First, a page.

I’m currently working on the Product Landing Page project, and every so often I run my code through an HTML validator to make sure there aren’t any errors. When I ran my code through however, the validator said that trailing slashes on the self closing element tags would interfere with unquoted attribute values…Under what circumstances would you want, or need, to use unquoted attribute values? I didn’t even realize you could do that.
You don’t want or need it, so I can’t tell you why you would, but you really shouldn’t.
HTML is a forgiving and pretty resilient language.
Here is the link the validator gives. Which has an example of why trailing slashes can be an issue.
That’s interesting. Good to know. I have been using quoted attributes for an element I type, but that github article states that a trailing slash should not be used to mark a self closing tag?
" However, the following reason does not concur with what the HTML standard states —
- I use a trailing slash to mark start tags as self-closing. "
Every time a FCC project asks me to place an element that is self closing, it will automatically place a trailing slash with a space at the end of the tag at the next step. If that doesn’t follow the HTML standard then why is it done automatically on FCC? Does the space before the trailing slash mitigate that issue? Thank you for any answers you can give, I hope my questions are making sense. Just trying to make sure I understand details.
It is an ongoing issue that has been partially fixed, at least for the tests. At one point some tests required closing slashes on elements where it is optional.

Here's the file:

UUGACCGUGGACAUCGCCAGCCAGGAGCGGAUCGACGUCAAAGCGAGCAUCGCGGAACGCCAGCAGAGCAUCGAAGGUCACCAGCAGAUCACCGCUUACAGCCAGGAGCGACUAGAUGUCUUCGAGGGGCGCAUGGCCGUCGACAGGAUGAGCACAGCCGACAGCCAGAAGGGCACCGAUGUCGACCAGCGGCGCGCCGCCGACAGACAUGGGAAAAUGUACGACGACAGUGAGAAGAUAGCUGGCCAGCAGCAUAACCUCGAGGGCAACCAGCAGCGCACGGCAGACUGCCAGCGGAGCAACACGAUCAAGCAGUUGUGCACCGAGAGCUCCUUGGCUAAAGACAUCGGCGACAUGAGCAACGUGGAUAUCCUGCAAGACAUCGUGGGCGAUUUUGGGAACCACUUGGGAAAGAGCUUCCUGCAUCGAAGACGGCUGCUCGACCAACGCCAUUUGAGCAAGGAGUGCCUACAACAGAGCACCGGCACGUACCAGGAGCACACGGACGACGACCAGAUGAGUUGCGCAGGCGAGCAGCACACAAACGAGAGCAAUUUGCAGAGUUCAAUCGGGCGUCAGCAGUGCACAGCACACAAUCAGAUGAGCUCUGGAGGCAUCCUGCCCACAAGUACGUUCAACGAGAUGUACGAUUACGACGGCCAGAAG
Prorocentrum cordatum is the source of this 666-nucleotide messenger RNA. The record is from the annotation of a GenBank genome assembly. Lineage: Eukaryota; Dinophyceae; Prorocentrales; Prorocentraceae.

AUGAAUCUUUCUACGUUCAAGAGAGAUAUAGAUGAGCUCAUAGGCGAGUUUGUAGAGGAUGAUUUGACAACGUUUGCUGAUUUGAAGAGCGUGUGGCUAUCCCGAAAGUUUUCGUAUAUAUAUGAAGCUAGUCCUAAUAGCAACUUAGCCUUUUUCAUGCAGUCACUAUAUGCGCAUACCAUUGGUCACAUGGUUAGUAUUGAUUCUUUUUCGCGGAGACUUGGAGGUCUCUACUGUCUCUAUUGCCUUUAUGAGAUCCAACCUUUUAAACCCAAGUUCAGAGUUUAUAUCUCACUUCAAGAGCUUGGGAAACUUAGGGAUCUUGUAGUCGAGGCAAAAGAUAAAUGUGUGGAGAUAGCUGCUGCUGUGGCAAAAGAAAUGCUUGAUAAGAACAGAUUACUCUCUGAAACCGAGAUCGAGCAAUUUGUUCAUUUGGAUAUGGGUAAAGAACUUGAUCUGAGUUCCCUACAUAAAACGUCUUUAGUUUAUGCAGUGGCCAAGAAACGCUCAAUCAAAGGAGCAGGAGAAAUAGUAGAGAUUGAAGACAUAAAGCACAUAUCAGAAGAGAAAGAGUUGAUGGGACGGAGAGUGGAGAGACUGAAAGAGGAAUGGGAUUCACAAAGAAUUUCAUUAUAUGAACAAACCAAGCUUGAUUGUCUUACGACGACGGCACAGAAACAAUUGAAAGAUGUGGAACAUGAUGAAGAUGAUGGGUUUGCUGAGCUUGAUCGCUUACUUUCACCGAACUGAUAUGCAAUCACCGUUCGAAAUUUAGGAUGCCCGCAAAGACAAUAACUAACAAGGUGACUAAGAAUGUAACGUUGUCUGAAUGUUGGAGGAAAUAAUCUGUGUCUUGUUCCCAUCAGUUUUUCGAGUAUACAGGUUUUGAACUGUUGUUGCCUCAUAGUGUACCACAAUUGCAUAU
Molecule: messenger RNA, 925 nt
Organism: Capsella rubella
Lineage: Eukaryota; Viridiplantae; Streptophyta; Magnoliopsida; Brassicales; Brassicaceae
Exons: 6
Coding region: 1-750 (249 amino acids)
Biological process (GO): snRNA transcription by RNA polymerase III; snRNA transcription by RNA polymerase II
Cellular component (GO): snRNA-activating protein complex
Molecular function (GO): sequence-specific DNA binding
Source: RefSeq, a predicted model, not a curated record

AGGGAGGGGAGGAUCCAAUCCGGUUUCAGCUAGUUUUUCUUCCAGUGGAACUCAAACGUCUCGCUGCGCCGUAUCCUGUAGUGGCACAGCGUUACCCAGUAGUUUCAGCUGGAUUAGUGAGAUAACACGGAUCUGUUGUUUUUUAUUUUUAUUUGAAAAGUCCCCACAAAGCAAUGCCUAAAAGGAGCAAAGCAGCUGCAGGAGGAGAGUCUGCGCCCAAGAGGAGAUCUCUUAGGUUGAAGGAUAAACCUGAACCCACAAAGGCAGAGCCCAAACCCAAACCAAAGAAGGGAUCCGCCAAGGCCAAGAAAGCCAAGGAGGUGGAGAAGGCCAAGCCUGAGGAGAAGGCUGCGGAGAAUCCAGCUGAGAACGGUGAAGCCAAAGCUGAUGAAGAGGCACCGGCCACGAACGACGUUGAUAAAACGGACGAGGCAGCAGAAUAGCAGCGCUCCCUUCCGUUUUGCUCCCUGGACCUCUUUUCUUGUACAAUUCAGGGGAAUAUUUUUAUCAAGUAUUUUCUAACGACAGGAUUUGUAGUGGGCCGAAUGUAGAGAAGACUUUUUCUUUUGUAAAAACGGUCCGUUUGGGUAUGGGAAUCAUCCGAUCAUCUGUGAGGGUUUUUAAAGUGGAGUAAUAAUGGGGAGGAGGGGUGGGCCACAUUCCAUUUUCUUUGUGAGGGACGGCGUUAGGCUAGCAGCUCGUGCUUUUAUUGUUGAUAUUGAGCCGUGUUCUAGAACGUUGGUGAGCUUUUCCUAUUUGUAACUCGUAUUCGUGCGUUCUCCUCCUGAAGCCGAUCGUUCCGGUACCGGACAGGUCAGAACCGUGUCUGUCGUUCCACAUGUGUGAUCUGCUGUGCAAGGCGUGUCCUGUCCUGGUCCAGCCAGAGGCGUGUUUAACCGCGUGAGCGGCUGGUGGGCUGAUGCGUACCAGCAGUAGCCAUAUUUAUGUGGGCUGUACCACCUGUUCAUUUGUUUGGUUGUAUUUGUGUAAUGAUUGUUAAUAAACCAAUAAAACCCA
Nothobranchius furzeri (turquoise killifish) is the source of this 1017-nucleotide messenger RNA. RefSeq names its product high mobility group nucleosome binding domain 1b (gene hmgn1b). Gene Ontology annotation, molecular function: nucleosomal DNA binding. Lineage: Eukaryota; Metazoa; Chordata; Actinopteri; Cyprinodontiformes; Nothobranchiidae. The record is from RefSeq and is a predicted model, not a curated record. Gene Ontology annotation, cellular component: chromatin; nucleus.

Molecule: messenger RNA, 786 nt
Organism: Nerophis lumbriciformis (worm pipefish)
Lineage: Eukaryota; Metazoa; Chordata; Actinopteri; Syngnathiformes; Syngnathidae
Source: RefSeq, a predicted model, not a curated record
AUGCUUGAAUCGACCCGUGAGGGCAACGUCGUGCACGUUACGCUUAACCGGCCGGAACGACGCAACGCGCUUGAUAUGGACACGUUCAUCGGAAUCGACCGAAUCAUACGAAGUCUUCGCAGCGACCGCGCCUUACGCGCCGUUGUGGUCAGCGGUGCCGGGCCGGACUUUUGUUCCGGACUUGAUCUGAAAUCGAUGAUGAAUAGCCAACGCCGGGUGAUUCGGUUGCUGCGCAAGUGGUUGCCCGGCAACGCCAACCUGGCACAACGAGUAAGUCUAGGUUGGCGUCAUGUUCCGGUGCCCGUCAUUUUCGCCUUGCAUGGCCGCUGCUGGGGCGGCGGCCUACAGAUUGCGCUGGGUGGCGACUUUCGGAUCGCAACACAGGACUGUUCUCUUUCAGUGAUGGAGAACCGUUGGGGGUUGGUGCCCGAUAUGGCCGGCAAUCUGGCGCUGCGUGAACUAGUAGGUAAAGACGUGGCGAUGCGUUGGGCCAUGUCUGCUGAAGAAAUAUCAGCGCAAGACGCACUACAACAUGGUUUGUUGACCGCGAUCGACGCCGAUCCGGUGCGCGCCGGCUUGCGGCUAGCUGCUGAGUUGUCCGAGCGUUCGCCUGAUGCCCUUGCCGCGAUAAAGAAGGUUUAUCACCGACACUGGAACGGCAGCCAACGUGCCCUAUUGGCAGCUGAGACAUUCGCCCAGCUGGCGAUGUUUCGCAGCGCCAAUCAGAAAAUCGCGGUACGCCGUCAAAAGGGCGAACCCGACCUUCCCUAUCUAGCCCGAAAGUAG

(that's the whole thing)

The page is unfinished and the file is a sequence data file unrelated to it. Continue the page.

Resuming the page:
The code you see when going to a new step is pre-generated (seed code). Any such issues have to be fixed for all the steps which can be a lot of code to fix. It may be seen as having low importance compared to the effort needed to “fix” it everywhere as it is still valid HTML, even if some think the (unnecessary) trailing slashes are a problem (as seen in the validator link).
My guess is the “issue” comes from a mix of Prettier formatting (as seen in the link, it is an ongoing issue) and React developers being so used to seeing it (React requires elements to be closed) that it went unnoticed in the initial QA of the challenges.
As an aside. Propper semantic HTML has long been an issue in the dev world. It is slowly getting better, like for example, most people won’t use a div for a button anymore. Which was a real issue at one point (and still is to some extent, but as said, it is much better now).
I appreciate the thorough explanation. That is very interesting. I’ll have to pay close attention to these things moving forward.